ESPLOST helps metro Atlanta schools more than others, study finds

Walton High School is one of 28 schools in Cobb County built using ESPLOST funds. AJC FILE PHOTO

Walton High School is one of 28 schools in Cobb County built using ESPLOST funds. AJC FILE PHOTO

The special purpose local option sales tax for education (ESPLOST) has paid for school capital projects across the state, but metro Atlanta schools benefit more than rural Georgia districts, a new study shows.

Since 1996, school districts have been able to ask voters to approve a 1 cent sales tax to fund costly projects, like constructing new schools and purchasing instructional technology. In every Georgia county but one, voters have approved at least one ESPLOST, and most counties have renewed the tax every five years.

Georgia State University researchers Ross Rubenstein and Nicholas Warner published a study this month showing districts around Atlanta, including Cobb and Fulton, benefit disproportionately from the tax.

“We find large disparities in sales tax bases across the state...particularly in rural parts of the state,” the study said.

Because ESPLOST taxes purchases, districts with many retailers and shopping centers benefit most. Some counties are “exporting” their taxes, the study says, because their citizens drive to other counties to do their shopping.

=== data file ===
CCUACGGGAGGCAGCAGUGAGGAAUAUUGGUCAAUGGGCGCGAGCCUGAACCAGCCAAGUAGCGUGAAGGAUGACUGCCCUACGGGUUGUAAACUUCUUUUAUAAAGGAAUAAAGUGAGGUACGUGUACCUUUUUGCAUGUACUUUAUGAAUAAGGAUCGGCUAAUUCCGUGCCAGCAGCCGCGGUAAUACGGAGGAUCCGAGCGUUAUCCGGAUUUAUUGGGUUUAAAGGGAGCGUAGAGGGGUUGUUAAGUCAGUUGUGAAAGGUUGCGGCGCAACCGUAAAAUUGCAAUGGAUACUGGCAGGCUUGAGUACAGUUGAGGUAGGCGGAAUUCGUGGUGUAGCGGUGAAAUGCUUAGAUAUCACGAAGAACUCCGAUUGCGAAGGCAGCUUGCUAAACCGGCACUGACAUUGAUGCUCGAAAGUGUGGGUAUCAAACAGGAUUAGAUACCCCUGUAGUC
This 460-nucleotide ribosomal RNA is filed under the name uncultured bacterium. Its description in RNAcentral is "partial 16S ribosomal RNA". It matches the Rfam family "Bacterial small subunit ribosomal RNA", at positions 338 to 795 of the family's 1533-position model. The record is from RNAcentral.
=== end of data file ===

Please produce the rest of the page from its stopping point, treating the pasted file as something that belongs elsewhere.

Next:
In Cobb County, ESPLOST revenue has paid for 28 new schools and more than 2,700 new classrooms, as well as improvements including fencing, video surveillance cameras and instructional software.The county projects it will collect almost $800 million over the next five years if voters renew ESPLOST in March.

The study recommends that the Georgia legislature explore tax sharing plans “to help break the link between the quality of a district’s school facilities and the happenstance of retail locations.”

The researchers also noted that ESPLOST funding has benefited Georgia counties by providing an alternative to debt. Before ESPLOST, districts typically borrowed money to fund capital projects, but now districts can fund them without paying interest.

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